Identifying Broader Phenotype Features: A Comparison of the ADOS and BPASS in School-Age Children

Poster Presentation
Thursday, May 2, 2019: 5:30 PM-7:00 PM
Room: 710 (Palais des congres de Montreal)
S. B. Jackson1, M. M. Hill2, S. Ozonoff3 and G. S. Young3, (1)University of California at Davis, MIND Institute, Sacramento, CA, (2)UC Davis MIND Institute, Sacramento, CA, (3)Psychiatry and Behavioral Sciences, University of California at Davis, MIND Institute, Sacramento, CA
Background: The Autism Diagnostic Observation Schedule (ADOS) has often been used to detect broader autism phenotype (BAP) in high-risk (HR) and low-risk (LR) children at 3 years of age (Messinger et al., 2013; Ozonoff et al., 2014; Charman et al., 2016). Likewise, the BPASS – a parent questionnaire assessing features of the BAP – has been used to detect BAP in older children (Dawson et al., 2007). Although both measures assess a number of similar constructs, little research has explored their concordance in identifying BAP features.

Objectives: The main objective is to examine the convergent validity of the BPASS with the ADOS for identifying BAP features in a school-age sample of high and low-risk children. Specifically, we examine the correlation between ADOS and BPASS scores, and use ROC methods to identify a threshold on the BPASS that maximizes sensitivity and specificity when compared to the ADOS.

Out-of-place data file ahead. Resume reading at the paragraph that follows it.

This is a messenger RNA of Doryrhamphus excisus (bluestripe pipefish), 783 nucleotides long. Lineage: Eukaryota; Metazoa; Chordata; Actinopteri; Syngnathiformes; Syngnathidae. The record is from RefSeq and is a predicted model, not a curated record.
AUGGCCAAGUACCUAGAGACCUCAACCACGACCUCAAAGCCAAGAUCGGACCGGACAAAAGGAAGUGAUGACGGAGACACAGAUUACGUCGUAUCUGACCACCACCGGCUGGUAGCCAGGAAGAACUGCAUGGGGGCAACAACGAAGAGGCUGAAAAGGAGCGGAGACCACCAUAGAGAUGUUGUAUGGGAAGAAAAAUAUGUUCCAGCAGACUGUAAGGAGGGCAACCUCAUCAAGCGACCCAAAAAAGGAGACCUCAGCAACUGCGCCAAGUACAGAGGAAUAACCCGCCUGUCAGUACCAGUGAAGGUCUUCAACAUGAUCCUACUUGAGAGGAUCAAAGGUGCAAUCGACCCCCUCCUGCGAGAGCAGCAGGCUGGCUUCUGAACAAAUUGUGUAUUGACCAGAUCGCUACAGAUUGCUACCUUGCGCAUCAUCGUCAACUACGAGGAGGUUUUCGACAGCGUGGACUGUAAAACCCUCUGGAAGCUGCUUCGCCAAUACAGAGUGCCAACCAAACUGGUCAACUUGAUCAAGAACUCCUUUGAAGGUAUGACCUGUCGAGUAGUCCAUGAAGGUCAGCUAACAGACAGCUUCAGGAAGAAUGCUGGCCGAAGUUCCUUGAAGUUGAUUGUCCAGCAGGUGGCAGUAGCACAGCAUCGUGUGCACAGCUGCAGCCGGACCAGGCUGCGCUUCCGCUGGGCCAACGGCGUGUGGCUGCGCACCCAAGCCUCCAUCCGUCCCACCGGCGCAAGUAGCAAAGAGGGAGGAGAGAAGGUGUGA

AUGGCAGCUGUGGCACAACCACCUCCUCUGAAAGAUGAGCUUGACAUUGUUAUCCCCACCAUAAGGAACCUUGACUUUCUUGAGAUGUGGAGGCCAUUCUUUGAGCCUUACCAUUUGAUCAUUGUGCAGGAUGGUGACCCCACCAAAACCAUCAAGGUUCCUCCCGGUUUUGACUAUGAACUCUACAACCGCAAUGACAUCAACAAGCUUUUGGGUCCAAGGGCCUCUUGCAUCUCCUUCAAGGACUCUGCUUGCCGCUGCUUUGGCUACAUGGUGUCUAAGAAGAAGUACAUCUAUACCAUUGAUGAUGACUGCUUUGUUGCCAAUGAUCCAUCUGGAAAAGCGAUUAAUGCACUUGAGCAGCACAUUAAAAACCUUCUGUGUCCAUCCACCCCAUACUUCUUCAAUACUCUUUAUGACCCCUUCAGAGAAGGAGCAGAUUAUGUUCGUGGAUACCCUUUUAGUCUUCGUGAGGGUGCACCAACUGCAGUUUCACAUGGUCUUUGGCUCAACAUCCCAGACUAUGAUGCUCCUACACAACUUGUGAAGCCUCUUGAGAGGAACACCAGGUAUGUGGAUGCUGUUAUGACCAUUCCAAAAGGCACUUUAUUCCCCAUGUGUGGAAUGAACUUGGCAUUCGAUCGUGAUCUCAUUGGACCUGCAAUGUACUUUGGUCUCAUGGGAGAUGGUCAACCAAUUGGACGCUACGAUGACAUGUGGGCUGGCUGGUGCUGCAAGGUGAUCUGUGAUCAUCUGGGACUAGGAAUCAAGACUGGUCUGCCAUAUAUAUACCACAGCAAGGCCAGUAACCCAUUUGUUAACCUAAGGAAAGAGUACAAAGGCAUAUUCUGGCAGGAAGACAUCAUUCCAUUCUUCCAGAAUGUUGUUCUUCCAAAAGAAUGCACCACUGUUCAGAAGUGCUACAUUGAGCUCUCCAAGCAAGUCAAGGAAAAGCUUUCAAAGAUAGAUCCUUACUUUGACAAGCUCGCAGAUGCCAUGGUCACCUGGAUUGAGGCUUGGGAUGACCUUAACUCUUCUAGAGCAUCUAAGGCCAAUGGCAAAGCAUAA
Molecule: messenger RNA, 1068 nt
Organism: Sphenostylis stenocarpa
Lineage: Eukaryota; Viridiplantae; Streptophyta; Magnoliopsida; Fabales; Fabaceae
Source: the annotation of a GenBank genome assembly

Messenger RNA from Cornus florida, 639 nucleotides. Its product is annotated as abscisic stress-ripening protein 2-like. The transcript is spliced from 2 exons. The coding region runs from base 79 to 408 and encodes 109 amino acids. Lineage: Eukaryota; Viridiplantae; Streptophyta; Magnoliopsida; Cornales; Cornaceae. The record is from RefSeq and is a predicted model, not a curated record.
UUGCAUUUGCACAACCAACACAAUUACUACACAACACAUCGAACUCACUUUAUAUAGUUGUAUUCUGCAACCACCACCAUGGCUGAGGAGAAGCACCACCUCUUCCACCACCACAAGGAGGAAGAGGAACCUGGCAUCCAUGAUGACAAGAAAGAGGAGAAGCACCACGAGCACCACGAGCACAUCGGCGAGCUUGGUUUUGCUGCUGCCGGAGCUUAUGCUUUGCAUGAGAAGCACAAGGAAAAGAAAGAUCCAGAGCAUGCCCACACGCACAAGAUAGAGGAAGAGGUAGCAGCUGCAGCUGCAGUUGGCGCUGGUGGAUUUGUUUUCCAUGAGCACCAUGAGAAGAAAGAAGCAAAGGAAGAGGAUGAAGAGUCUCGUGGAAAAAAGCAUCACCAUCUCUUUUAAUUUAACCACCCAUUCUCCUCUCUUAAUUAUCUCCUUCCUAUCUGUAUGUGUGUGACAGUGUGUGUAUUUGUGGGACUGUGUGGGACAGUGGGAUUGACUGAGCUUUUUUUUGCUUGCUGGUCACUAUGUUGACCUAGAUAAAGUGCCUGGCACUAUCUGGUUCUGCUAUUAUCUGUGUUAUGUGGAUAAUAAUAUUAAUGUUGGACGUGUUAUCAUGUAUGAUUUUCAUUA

Methods: Given the focus on the broader phenotype, all participants diagnosed with autism spectrum disorder (ASD) were excluded from the sample. We administered both the ADOS module 3 and the BPASS to 59 school-age children: 36 high-risk (HR) participants– those with an older sibling with ASD, and 23 low-risk (LR) children– those with no known family history of ASD. Following prior research (Messinger et al., 2013, Ozonoff et al., 2014), an ADOS Social Affect + Restricted Repetitive Behavior (SARRB) score >= 4 was used as a cutoff indicative of possible BAP features. The BPASS has two sections, one based on parent report of BAP features, the other based on examiner judgments of eye contact, communication style, voice prosody, etc., after a brief conversational interaction. The variable used in analyses was the summed total of the examiner-scored BPASS items 8-13. To assess the convergent validity of the BPASS, we first examined the correlation between each participant’s ADOS SARRB and BPASS subtotals. Next, we used ROC analysis to identify the optimal cutoff for the BPASS in classifying the children identified by the ADOS BAP cutoff.

Results: Findings showed a .75 correlation between ADOS SARRB and BPASS subtotals. Using the ADOS cutoff of 4, 30.5% of children were classified with BAP (15 HR and 3 LR). ROC analysis yielded a BPASS threshold of 8.5 as the optimal cutoff, with an Area Under the Curve (AUC) of 0.9. Using this BPASS cutoff, 40% of children were classified with BAP (17 HR and 6 LR). Table 1 shows the contingency table of classifications; Figure 1 shows the ROC curve.

Conclusions: The BPASS has strong convergent validity with the ADOS. The ROC analysis revealed that the BPASS identified participants with BAP features, as indexed by the ADOS, with strong sensitivity, specificity, and negative predictive value, and adequate positive predictive value. These findings suggest that the BPASS is a valid tool in detecting BAP outcomes.